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We had our first cookout of the season this weekend, so this column seemed timely:
The scent of burgers on the grill is one of the great joys of summertime, surpassed only by eating them! Americans didn't invent the idea of the ground meat patty, but we did elevate it to defacto National Food. Even vegetarians can't quite get over the yen for burgers, or why are there so many veggie burgers out there?
The humble hamburger has a lot to recommend it. It's reliably inexpensive, quick to cook, and lends itself to endless variation. Too, your family will eat it with no complaints, a virtue not to be underestimated. But how is that burger nutritionally?
A four ounce (cooked weight) broiled hamburger, made from 80% lean ground beef, has zero carbs, of course. It will have 306 calories and 29 grams of protein. But so much bad has been said about red meat that you may be surprised at the vitamins and minerals that burger packs - 15% of your iron, 39% of your zinc, 15% of your B6, 12% of your riboflavin (B2), 33% of your niacin (B3) 55% of your B12, even 9% of your potassium. The bun, fries, and soda may be a nutritional wasteland, but the hamburger patty very definitely is not.
Ground chuck, about 80% lean, is ideal for burgers, and because of the fat running off your finished burger will only have about 20 more calories than one from the leaner ground round, a negligible amount. Since you're likely to broil or grill your burgers, I wouldn't use ground beef with less than 20% fat. Leaner meat is likely to end up being dry and flavorless. With fattier meat, much of the fat cooks out, shrinking your burger and wasting money.
(This is as good a place as any to recommend that you not press down on burgers while they're cooking. Yes, they'll cook faster, but you're pressing out the juice, ensuring your burgers will be dry and flavorless. I'm afraid this also means that electric tabletop grills, which squeeze from both sides, also tend to turn out dry burgers. I tend to save mine for burgers with additional moist ingredients, like minced vegetables.)
Of course, the burgers are carb-free, but hamburger buns have about 22 grams each, in the form of refined white flour. Not good! There are low carb buns available from the low carb etailers - among others, www.low-carb.com lists them. Or you could slap your burger between a couple of slices of toasted low carb bread, which is easier to come by. I'd be more likely to eat that burger with a fork, or wrap it in lettuce, myself.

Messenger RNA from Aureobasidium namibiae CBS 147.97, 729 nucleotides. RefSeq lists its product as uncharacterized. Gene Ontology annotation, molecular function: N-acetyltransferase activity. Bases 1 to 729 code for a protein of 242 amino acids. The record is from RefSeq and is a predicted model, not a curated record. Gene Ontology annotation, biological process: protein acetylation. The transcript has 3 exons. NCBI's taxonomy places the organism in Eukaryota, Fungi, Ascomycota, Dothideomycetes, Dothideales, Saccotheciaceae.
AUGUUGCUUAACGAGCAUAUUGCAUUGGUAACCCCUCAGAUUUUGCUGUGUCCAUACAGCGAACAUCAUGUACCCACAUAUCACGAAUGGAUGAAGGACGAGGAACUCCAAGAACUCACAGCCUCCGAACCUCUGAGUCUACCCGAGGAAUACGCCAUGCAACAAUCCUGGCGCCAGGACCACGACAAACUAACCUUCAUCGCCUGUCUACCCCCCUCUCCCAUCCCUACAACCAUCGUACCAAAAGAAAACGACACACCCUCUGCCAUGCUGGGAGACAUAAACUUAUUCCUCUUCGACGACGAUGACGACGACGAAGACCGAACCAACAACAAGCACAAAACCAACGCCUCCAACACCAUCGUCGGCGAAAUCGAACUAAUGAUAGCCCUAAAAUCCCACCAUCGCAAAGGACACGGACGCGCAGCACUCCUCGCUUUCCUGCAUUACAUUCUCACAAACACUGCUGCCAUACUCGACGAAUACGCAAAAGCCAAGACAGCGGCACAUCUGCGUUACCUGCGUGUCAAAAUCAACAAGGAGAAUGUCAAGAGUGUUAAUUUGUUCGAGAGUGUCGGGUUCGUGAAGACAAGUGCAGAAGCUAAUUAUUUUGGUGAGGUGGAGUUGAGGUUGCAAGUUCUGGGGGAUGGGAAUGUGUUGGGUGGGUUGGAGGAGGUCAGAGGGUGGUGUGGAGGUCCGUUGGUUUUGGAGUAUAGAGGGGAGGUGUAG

But a plain hamburger patty on a plate can look pretty forlorn. How to add flavor and interest, and maybe even nutritional value?
* Slap some cheese on top, of course! Cheeseburgers are standard. Can I urge you to use real cheddar on your cheeseburgers, instead of "American singles?" I know those little hermetically sealed slices of pasteurized processed cheese food product fit neatly on a burger, but they're simply not the equal of real cheese, nutritionally, or in flavor. Three-quarters of an ounce of American cheese - the size of a standard "single" - will add 1.64 grams of carb to your burger, while cheddar will add only 0.27 grams. The cheddar has more calcium, too, and is a better source of vitamin A. If cheddar's a little strong, you could use the milder Colby - which you can buy in handy slices at the deli counter.
* Have you tried blue cheese on a burger? To die for. Add a teaspoon of minced sweet onion. Only a trace of carb here.
* Melt a slice of jalapeno jack on top of your burger and top with a tablespoon of salsa, for a Mexiburger. 2 grams of usable carb.
* Or try mozzarella, and top with a tablespoon of jarred pizza sauce - Ragu makes a sugar-free variety. Pizza burger! About 2 grams usable carb.
* Often, though, I just eat my burger with "everything" - except the bun. Lettuce, tomato, sugar free ketchup, mustard, pickles, and mayo. Just one concern here - that ketchup. Standard ketchup has a ton of sugar in it - just one tablespoon will add 4 grams of carb to your burger. That's a lot for just a dab!
Many grocery stores now carry low carb, sugar free ketchup - Heinz makes one. If yours doesn't, or if the high price of commercial low carb ketchup is too much to bear, try this!
Dana's No-Sugar Ketchup
This recipe has appeared in every cookbook I've written, because ketchup is an American staple. Here I've added the option of using Stevia Plus instead of Splenda, for those of you who don't trust artificial sweeteners.
6 ounce can tomato paste
2/3 cup cider vinegar
1/3 cup water
1/3 cup Splenda OR 2 teaspoons Stevia Plus (stevia/FOS blend)
2 tablespoons finely minced onion
2 cloves garlic, crushed
1 teaspoon salt
1/8 teaspoon ground allspice
1/8 teaspoon ground cloves
1/8 teaspoon pepper
1/4 teaspoon guar or xanthan
Assemble everything in a blender, and run it - you'll have to scrape down the sides; this mixture is thick - until the bits of onion disappear. Store in a tightly lidded container in the refrigerator.
Makes 1 ½ cups of ketchup, or 24 1 tablespoon servings. 2.25 grams per tablespoon, with a trace of fiber and protein.Posted by HoldTheToast at April 26, 2006 09:04 PM